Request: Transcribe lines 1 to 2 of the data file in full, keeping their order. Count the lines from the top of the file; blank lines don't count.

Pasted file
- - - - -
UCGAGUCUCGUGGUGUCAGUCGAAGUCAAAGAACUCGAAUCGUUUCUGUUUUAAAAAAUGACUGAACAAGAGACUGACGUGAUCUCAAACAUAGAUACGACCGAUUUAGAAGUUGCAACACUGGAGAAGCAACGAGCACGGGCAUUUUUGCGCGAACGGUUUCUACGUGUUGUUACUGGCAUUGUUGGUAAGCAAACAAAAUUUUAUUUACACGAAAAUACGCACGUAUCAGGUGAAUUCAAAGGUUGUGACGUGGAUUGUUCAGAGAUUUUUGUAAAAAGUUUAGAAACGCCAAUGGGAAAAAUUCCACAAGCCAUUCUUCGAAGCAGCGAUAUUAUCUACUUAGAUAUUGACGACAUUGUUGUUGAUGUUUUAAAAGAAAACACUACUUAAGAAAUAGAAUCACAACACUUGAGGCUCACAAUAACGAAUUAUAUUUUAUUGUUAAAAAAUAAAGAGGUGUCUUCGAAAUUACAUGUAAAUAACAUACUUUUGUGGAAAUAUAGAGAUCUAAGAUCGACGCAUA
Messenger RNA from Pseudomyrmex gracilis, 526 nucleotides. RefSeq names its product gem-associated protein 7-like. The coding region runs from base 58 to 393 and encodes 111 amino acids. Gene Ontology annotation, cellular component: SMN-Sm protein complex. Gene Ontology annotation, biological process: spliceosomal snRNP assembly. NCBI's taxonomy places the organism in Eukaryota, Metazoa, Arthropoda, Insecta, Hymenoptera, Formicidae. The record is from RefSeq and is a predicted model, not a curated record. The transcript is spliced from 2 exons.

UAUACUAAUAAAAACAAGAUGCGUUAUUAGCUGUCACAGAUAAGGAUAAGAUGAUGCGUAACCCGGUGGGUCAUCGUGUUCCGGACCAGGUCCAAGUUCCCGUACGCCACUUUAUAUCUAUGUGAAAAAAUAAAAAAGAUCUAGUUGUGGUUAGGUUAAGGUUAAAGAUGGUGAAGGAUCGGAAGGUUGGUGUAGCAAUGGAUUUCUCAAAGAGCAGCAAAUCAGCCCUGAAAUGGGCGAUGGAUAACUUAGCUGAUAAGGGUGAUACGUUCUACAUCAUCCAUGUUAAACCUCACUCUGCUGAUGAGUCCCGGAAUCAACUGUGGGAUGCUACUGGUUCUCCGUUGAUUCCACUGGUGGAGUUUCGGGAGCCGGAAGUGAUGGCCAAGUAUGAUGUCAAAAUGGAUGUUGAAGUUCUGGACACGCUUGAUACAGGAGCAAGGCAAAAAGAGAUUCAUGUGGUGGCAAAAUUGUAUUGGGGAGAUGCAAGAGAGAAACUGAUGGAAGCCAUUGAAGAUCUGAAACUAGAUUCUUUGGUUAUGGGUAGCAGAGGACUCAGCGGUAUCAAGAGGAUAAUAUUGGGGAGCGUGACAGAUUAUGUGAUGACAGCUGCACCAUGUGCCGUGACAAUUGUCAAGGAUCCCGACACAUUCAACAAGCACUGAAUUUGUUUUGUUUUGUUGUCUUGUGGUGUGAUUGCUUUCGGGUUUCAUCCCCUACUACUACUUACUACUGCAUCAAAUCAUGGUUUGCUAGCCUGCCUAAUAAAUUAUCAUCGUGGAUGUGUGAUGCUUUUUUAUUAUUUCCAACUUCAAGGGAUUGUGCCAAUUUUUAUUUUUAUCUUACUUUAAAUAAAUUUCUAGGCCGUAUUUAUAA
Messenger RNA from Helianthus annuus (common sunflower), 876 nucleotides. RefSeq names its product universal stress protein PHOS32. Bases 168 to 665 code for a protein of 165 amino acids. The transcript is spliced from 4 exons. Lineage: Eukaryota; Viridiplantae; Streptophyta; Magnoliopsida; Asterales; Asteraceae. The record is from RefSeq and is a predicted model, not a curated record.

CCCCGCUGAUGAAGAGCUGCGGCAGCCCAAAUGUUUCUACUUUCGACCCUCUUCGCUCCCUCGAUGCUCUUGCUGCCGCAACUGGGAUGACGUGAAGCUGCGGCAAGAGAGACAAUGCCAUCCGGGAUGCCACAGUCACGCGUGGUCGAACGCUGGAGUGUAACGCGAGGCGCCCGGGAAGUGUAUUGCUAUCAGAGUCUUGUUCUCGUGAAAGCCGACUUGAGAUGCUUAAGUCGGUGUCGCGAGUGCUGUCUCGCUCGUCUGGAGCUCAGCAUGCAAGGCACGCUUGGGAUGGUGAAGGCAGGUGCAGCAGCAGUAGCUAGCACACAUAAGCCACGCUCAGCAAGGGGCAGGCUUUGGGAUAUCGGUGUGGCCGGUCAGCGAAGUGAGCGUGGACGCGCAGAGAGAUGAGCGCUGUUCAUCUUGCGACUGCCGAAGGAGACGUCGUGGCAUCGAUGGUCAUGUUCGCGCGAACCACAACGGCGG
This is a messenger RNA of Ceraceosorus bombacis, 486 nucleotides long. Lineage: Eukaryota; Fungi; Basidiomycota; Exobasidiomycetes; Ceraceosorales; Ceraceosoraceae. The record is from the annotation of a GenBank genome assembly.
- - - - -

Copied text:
UCGAGUCUCGUGGUGUCAGUCGAAGUCAAAGAACUCGAAUCGUUUCUGUUUUAAAAAAUGACUGAACAAGAGACUGACGUGAUCUCAAACAUAGAUACGACCGAUUUAGAAGUUGCAACACUGGAGAAGCAACGAGCACGGGCAUUUUUGCGCGAACGGUUUCUACGUGUUGUUACUGGCAUUGUUGGUAAGCAAACAAAAUUUUAUUUACACGAAAAUACGCACGUAUCAGGUGAAUUCAAAGGUUGUGACGUGGAUUGUUCAGAGAUUUUUGUAAAAAGUUUAGAAACGCCAAUGGGAAAAAUUCCACAAGCCAUUCUUCGAAGCAGCGAUAUUAUCUACUUAGAUAUUGACGACAUUGUUGUUGAUGUUUUAAAAGAAAACACUACUUAAGAAAUAGAAUCACAACACUUGAGGCUCACAAUAACGAAUUAUAUUUUAUUGUUAAAAAAUAAAGAGGUGUCUUCGAAAUUACAUGUAAAUAACAUACUUUUGUGGAAAUAUAGAGAUCUAAGAUCGACGCAUA
Messenger RNA from Pseudomyrmex gracilis, 526 nucleotides. RefSeq names its product gem-associated protein 7-like. The coding region runs from base 58 to 393 and encodes 111 amino acids. Gene Ontology annotation, cellular component: SMN-Sm protein complex. Gene Ontology annotation, biological process: spliceosomal snRNP assembly. NCBI's taxonomy places the organism in Eukaryota, Metazoa, Arthropoda, Insecta, Hymenoptera, Formicidae. The record is from RefSeq and is a predicted model, not a curated record. The transcript is spliced from 2 exons.